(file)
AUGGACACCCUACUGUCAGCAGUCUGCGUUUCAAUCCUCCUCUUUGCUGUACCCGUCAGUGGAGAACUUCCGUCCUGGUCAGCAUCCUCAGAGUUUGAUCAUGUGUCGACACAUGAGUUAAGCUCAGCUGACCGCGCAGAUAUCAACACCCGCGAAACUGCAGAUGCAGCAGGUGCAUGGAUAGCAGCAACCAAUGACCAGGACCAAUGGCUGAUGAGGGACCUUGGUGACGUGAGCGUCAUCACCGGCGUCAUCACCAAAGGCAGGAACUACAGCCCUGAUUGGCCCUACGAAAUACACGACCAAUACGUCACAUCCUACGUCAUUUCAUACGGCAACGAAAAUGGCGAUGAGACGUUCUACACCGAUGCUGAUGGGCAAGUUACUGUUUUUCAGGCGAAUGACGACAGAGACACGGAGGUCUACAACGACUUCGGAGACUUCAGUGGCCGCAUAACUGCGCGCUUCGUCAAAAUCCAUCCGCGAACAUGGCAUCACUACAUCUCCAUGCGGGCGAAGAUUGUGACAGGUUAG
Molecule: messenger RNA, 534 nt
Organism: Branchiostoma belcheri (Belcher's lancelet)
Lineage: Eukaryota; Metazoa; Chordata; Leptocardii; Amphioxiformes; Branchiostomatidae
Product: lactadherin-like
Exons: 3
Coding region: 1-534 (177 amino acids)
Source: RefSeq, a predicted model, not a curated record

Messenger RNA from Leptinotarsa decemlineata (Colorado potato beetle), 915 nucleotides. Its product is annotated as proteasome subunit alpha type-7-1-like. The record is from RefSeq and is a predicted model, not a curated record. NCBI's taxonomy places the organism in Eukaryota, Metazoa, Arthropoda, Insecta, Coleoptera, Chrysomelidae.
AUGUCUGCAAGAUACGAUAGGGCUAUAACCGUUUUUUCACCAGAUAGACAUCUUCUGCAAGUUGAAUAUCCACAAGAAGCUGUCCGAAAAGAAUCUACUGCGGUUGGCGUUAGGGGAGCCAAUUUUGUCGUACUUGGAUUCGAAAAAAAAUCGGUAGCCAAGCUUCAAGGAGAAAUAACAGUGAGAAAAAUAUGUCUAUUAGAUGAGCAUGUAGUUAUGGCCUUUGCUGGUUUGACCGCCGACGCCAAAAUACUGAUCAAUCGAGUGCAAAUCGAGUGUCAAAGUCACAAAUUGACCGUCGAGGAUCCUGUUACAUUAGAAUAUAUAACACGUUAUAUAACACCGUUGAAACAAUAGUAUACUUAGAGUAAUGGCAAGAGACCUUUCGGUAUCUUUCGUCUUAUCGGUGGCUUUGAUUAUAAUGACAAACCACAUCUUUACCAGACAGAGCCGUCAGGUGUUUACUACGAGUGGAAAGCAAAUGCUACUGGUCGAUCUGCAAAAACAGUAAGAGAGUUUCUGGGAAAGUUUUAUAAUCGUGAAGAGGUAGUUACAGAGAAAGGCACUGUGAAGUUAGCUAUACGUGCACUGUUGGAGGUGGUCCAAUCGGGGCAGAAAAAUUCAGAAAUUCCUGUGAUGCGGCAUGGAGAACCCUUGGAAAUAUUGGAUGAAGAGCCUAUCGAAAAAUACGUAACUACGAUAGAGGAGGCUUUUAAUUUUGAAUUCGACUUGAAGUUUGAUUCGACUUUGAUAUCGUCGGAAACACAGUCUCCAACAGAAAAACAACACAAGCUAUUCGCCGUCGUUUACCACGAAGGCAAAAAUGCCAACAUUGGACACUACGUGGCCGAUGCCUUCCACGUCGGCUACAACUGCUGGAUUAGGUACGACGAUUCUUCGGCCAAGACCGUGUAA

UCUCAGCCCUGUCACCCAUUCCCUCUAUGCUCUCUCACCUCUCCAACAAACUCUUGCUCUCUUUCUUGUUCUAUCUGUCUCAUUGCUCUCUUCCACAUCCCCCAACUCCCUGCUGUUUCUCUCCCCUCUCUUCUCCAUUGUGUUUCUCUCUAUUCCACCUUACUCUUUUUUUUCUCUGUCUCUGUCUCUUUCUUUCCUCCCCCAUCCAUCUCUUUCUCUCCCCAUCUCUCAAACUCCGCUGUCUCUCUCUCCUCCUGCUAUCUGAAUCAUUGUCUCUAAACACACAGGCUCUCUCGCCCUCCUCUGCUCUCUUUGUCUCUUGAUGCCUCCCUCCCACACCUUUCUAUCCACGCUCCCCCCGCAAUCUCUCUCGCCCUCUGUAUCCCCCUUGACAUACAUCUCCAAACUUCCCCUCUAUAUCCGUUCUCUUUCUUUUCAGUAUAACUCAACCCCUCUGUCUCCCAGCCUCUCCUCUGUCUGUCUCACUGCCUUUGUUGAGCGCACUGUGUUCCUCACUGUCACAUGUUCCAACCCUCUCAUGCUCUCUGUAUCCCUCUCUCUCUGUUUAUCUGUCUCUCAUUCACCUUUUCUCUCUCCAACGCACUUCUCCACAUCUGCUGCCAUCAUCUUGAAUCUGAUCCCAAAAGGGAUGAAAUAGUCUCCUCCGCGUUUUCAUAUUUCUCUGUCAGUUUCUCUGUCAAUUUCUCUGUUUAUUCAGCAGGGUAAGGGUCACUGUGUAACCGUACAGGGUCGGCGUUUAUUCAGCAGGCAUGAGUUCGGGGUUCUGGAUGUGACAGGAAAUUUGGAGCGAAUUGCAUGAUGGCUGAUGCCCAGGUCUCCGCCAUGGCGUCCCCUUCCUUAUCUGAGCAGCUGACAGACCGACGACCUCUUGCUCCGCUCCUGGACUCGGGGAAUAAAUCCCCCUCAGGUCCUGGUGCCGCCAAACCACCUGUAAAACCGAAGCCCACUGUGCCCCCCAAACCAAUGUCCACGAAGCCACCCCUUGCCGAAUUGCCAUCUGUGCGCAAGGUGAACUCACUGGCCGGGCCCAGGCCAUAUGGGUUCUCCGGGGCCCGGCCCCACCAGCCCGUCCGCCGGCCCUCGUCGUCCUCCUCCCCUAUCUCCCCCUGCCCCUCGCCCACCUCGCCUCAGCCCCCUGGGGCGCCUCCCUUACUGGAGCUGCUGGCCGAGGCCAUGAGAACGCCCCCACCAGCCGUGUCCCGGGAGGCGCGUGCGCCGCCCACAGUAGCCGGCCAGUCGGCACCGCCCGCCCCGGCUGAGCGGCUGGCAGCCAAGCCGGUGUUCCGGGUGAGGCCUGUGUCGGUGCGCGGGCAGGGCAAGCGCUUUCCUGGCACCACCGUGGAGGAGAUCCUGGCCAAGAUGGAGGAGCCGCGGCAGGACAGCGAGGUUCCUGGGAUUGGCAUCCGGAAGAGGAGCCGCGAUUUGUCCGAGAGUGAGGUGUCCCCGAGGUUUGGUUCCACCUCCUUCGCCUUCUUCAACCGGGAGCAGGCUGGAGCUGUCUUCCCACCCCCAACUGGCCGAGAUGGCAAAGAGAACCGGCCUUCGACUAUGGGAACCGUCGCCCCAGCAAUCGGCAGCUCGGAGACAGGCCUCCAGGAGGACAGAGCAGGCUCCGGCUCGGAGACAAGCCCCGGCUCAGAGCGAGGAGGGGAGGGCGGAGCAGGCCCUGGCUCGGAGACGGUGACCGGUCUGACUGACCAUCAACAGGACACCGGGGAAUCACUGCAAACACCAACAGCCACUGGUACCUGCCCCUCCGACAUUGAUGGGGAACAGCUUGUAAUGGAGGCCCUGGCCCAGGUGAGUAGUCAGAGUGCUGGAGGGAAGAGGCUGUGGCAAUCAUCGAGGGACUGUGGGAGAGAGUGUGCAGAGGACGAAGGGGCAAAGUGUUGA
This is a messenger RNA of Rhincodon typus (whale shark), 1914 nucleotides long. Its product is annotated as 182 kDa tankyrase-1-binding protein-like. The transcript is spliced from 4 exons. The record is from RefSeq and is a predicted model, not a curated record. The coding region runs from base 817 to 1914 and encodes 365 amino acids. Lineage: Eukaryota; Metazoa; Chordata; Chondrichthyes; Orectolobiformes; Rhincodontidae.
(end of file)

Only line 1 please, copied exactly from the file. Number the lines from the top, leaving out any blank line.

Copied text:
AUGGACACCCUACUGUCAGCAGUCUGCGUUUCAAUCCUCCUCUUUGCUGUACCCGUCAGUGGAGAACUUCCGUCCUGGUCAGCAUCCUCAGAGUUUGAUCAUGUGUCGACACAUGAGUUAAGCUCAGCUGACCGCGCAGAUAUCAACACCCGCGAAACUGCAGAUGCAGCAGGUGCAUGGAUAGCAGCAACCAAUGACCAGGACCAAUGGCUGAUGAGGGACCUUGGUGACGUGAGCGUCAUCACCGGCGUCAUCACCAAAGGCAGGAACUACAGCCCUGAUUGGCCCUACGAAAUACACGACCAAUACGUCACAUCCUACGUCAUUUCAUACGGCAACGAAAAUGGCGAUGAGACGUUCUACACCGAUGCUGAUGGGCAAGUUACUGUUUUUCAGGCGAAUGACGACAGAGACACGGAGGUCUACAACGACUUCGGAGACUUCAGUGGCCGCAUAACUGCGCGCUUCGUCAAAAUCCAUCCGCGAACAUGGCAUCACUACAUCUCCAUGCGGGCGAAGAUUGUGACAGGUUAG